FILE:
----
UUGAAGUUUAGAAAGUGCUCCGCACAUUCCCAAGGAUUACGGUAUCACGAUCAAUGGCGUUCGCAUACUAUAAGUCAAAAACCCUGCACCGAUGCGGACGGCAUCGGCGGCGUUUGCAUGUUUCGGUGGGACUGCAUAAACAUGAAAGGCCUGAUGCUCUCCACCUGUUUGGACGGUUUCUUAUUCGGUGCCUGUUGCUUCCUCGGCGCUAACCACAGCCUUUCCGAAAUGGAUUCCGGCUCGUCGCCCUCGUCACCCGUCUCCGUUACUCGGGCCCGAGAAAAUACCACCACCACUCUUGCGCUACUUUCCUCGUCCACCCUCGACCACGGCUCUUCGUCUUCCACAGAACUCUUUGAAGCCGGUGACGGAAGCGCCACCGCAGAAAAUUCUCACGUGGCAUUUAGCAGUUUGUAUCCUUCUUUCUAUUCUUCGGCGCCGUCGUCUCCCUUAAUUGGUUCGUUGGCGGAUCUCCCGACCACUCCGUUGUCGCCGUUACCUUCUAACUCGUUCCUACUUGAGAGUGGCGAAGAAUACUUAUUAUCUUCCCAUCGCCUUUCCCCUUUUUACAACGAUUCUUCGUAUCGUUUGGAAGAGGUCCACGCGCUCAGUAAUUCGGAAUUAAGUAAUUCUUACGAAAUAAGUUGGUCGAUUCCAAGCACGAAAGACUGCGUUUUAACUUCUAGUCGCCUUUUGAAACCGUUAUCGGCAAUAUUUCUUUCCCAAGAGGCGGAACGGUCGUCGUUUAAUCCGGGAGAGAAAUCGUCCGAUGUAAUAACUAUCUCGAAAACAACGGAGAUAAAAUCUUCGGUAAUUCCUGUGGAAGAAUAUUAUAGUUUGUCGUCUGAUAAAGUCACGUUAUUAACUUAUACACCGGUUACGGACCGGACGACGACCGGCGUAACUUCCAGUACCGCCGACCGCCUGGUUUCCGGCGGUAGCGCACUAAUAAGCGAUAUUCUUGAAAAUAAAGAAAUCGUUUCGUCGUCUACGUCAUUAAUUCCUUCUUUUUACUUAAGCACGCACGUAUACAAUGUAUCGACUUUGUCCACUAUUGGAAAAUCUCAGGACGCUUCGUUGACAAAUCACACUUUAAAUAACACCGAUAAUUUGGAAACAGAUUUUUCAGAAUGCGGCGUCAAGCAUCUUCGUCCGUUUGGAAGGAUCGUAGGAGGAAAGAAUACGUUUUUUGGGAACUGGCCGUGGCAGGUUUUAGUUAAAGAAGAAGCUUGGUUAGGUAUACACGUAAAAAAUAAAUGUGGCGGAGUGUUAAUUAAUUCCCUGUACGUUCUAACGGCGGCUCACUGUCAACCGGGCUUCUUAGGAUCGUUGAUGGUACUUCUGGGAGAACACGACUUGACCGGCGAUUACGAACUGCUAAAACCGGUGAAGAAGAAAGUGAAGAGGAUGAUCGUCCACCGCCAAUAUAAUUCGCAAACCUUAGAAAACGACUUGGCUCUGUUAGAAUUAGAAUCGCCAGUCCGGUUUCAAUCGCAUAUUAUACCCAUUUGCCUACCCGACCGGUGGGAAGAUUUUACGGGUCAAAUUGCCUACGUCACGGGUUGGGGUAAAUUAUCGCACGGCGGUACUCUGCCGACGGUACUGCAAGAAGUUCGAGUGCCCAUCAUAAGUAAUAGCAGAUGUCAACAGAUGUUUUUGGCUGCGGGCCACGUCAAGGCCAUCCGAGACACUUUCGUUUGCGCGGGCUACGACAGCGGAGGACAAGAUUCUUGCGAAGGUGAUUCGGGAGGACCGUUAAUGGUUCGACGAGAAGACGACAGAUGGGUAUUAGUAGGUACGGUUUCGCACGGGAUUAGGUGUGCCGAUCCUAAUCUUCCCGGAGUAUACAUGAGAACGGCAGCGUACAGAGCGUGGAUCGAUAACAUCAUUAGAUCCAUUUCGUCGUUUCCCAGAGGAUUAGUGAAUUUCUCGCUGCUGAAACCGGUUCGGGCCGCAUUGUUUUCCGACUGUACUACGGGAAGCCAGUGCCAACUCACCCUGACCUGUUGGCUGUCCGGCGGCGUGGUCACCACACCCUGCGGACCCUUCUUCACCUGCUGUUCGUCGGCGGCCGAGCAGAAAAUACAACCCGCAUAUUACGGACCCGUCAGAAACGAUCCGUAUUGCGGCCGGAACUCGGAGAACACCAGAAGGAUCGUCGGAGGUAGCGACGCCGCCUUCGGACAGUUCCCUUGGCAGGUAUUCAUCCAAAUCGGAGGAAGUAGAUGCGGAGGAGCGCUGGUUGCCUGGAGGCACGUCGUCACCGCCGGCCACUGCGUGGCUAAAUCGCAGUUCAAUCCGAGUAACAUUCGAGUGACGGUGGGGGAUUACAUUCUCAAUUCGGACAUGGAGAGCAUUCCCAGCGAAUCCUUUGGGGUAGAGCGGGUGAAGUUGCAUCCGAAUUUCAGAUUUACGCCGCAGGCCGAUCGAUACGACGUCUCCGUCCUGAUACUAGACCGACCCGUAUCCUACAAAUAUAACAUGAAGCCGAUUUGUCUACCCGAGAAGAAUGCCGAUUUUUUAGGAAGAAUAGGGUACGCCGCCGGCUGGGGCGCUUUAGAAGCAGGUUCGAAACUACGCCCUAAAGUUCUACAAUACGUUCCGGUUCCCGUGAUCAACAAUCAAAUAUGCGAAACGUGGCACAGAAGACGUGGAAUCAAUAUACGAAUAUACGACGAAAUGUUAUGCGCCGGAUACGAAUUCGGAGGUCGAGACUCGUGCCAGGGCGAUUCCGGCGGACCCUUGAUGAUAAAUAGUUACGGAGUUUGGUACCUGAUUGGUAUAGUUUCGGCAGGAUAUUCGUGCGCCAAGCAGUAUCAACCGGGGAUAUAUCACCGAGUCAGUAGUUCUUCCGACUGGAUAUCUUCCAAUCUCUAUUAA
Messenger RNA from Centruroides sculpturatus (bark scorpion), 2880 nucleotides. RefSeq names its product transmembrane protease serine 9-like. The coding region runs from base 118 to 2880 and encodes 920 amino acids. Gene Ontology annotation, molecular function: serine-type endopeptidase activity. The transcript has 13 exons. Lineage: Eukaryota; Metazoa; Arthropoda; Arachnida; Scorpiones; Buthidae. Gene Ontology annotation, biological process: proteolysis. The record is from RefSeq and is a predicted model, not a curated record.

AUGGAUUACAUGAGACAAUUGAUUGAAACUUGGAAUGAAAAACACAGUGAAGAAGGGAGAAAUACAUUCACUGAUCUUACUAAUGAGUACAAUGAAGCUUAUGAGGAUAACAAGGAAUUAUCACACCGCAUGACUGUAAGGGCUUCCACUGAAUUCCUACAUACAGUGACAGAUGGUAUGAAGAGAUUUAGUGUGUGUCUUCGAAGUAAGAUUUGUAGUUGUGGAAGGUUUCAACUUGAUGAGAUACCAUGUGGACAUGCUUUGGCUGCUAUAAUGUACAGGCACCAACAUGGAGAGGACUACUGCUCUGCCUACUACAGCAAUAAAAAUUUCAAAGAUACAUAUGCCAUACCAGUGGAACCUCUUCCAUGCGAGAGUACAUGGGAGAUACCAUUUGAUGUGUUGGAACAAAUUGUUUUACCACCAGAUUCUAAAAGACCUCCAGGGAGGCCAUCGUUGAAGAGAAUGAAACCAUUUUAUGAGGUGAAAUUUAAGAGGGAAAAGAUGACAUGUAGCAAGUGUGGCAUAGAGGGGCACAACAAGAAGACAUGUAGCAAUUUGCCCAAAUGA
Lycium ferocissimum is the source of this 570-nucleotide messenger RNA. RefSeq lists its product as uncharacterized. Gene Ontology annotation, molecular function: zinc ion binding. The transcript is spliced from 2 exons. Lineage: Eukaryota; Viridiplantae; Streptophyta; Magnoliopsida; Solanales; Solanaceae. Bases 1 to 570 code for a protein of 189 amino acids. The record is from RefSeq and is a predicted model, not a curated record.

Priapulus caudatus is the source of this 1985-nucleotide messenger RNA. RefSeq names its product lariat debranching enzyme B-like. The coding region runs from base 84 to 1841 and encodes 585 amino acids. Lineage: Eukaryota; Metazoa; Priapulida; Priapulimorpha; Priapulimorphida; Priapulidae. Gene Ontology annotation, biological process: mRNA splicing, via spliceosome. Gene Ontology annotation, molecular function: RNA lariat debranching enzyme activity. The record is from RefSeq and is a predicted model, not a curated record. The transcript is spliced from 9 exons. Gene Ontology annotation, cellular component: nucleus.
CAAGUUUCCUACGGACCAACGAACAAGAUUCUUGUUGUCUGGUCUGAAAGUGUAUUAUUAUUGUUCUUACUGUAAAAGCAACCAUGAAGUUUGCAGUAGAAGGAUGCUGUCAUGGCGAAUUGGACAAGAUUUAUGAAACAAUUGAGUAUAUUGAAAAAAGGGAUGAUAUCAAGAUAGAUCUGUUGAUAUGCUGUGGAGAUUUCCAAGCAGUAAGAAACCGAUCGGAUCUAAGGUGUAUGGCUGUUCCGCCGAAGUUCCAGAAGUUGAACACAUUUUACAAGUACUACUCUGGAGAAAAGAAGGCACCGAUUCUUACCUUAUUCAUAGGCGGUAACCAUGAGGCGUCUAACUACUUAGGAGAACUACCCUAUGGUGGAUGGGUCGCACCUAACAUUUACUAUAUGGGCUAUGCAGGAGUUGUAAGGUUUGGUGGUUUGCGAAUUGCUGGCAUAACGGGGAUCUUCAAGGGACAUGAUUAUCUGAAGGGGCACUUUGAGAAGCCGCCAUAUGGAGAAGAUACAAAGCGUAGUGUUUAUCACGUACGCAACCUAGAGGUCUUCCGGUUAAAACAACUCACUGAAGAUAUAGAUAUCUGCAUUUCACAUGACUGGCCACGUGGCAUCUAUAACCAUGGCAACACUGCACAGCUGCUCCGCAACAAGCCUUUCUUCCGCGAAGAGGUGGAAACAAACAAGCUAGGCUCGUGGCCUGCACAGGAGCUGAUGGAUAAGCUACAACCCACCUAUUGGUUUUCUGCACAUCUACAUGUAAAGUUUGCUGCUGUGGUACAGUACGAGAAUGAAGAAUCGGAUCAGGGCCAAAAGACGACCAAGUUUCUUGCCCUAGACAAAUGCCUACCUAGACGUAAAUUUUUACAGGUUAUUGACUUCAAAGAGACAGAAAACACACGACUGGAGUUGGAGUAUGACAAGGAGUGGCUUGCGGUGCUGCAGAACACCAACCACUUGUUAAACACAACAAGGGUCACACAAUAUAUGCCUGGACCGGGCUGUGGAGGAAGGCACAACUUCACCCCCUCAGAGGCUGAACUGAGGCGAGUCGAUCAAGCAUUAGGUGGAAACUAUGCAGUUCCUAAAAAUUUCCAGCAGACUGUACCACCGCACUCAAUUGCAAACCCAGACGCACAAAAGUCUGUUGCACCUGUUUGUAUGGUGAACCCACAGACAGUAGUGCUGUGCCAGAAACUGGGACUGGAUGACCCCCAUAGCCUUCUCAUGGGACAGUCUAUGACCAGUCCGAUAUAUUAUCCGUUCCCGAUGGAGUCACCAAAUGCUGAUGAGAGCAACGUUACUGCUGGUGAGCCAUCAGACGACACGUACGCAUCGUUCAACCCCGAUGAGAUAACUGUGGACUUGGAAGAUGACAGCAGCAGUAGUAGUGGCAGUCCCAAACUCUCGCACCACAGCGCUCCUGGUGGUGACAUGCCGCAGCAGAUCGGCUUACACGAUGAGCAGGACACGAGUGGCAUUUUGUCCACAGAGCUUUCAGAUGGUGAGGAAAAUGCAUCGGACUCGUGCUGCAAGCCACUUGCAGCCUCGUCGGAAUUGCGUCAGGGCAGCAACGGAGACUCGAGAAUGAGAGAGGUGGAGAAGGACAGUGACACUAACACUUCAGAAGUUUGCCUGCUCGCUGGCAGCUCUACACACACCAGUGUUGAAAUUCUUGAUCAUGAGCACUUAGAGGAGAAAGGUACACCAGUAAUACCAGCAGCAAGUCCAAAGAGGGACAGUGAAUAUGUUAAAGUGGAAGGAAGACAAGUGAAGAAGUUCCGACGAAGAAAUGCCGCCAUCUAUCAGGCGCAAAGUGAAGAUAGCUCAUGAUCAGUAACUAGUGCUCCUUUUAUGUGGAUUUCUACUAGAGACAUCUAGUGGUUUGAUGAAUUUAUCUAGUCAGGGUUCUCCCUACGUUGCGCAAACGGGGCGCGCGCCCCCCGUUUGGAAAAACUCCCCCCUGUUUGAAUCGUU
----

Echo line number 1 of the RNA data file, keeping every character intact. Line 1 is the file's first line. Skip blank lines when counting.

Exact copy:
UUGAAGUUUAGAAAGUGCUCCGCACAUUCCCAAGGAUUACGGUAUCACGAUCAAUGGCGUUCGCAUACUAUAAGUCAAAAACCCUGCACCGAUGCGGACGGCAUCGGCGGCGUUUGCAUGUUUCGGUGGGACUGCAUAAACAUGAAAGGCCUGAUGCUCUCCACCUGUUUGGACGGUUUCUUAUUCGGUGCCUGUUGCUUCCUCGGCGCUAACCACAGCCUUUCCGAAAUGGAUUCCGGCUCGUCGCCCUCGUCACCCGUCUCCGUUACUCGGGCCCGAGAAAAUACCACCACCACUCUUGCGCUACUUUCCUCGUCCACCCUCGACCACGGCUCUUCGUCUUCCACAGAACUCUUUGAAGCCGGUGACGGAAGCGCCACCGCAGAAAAUUCUCACGUGGCAUUUAGCAGUUUGUAUCCUUCUUUCUAUUCUUCGGCGCCGUCGUCUCCCUUAAUUGGUUCGUUGGCGGAUCUCCCGACCACUCCGUUGUCGCCGUUACCUUCUAACUCGUUCCUACUUGAGAGUGGCGAAGAAUACUUAUUAUCUUCCCAUCGCCUUUCCCCUUUUUACAACGAUUCUUCGUAUCGUUUGGAAGAGGUCCACGCGCUCAGUAAUUCGGAAUUAAGUAAUUCUUACGAAAUAAGUUGGUCGAUUCCAAGCACGAAAGACUGCGUUUUAACUUCUAGUCGCCUUUUGAAACCGUUAUCGGCAAUAUUUCUUUCCCAAGAGGCGGAACGGUCGUCGUUUAAUCCGGGAGAGAAAUCGUCCGAUGUAAUAACUAUCUCGAAAACAACGGAGAUAAAAUCUUCGGUAAUUCCUGUGGAAGAAUAUUAUAGUUUGUCGUCUGAUAAAGUCACGUUAUUAACUUAUACACCGGUUACGGACCGGACGACGACCGGCGUAACUUCCAGUACCGCCGACCGCCUGGUUUCCGGCGGUAGCGCACUAAUAAGCGAUAUUCUUGAAAAUAAAGAAAUCGUUUCGUCGUCUACGUCAUUAAUUCCUUCUUUUUACUUAAGCACGCACGUAUACAAUGUAUCGACUUUGUCCACUAUUGGAAAAUCUCAGGACGCUUCGUUGACAAAUCACACUUUAAAUAACACCGAUAAUUUGGAAACAGAUUUUUCAGAAUGCGGCGUCAAGCAUCUUCGUCCGUUUGGAAGGAUCGUAGGAGGAAAGAAUACGUUUUUUGGGAACUGGCCGUGGCAGGUUUUAGUUAAAGAAGAAGCUUGGUUAGGUAUACACGUAAAAAAUAAAUGUGGCGGAGUGUUAAUUAAUUCCCUGUACGUUCUAACGGCGGCUCACUGUCAACCGGGCUUCUUAGGAUCGUUGAUGGUACUUCUGGGAGAACACGACUUGACCGGCGAUUACGAACUGCUAAAACCGGUGAAGAAGAAAGUGAAGAGGAUGAUCGUCCACCGCCAAUAUAAUUCGCAAACCUUAGAAAACGACUUGGCUCUGUUAGAAUUAGAAUCGCCAGUCCGGUUUCAAUCGCAUAUUAUACCCAUUUGCCUACCCGACCGGUGGGAAGAUUUUACGGGUCAAAUUGCCUACGUCACGGGUUGGGGUAAAUUAUCGCACGGCGGUACUCUGCCGACGGUACUGCAAGAAGUUCGAGUGCCCAUCAUAAGUAAUAGCAGAUGUCAACAGAUGUUUUUGGCUGCGGGCCACGUCAAGGCCAUCCGAGACACUUUCGUUUGCGCGGGCUACGACAGCGGAGGACAAGAUUCUUGCGAAGGUGAUUCGGGAGGACCGUUAAUGGUUCGACGAGAAGACGACAGAUGGGUAUUAGUAGGUACGGUUUCGCACGGGAUUAGGUGUGCCGAUCCUAAUCUUCCCGGAGUAUACAUGAGAACGGCAGCGUACAGAGCGUGGAUCGAUAACAUCAUUAGAUCCAUUUCGUCGUUUCCCAGAGGAUUAGUGAAUUUCUCGCUGCUGAAACCGGUUCGGGCCGCAUUGUUUUCCGACUGUACUACGGGAAGCCAGUGCCAACUCACCCUGACCUGUUGGCUGUCCGGCGGCGUGGUCACCACACCCUGCGGACCCUUCUUCACCUGCUGUUCGUCGGCGGCCGAGCAGAAAAUACAACCCGCAUAUUACGGACCCGUCAGAAACGAUCCGUAUUGCGGCCGGAACUCGGAGAACACCAGAAGGAUCGUCGGAGGUAGCGACGCCGCCUUCGGACAGUUCCCUUGGCAGGUAUUCAUCCAAAUCGGAGGAAGUAGAUGCGGAGGAGCGCUGGUUGCCUGGAGGCACGUCGUCACCGCCGGCCACUGCGUGGCUAAAUCGCAGUUCAAUCCGAGUAACAUUCGAGUGACGGUGGGGGAUUACAUUCUCAAUUCGGACAUGGAGAGCAUUCCCAGCGAAUCCUUUGGGGUAGAGCGGGUGAAGUUGCAUCCGAAUUUCAGAUUUACGCCGCAGGCCGAUCGAUACGACGUCUCCGUCCUGAUACUAGACCGACCCGUAUCCUACAAAUAUAACAUGAAGCCGAUUUGUCUACCCGAGAAGAAUGCCGAUUUUUUAGGAAGAAUAGGGUACGCCGCCGGCUGGGGCGCUUUAGAAGCAGGUUCGAAACUACGCCCUAAAGUUCUACAAUACGUUCCGGUUCCCGUGAUCAACAAUCAAAUAUGCGAAACGUGGCACAGAAGACGUGGAAUCAAUAUACGAAUAUACGACGAAAUGUUAUGCGCCGGAUACGAAUUCGGAGGUCGAGACUCGUGCCAGGGCGAUUCCGGCGGACCCUUGAUGAUAAAUAGUUACGGAGUUUGGUACCUGAUUGGUAUAGUUUCGGCAGGAUAUUCGUGCGCCAAGCAGUAUCAACCGGGGAUAUAUCACCGAGUCAGUAGUUCUUCCGACUGGAUAUCUUCCAAUCUCUAUUAA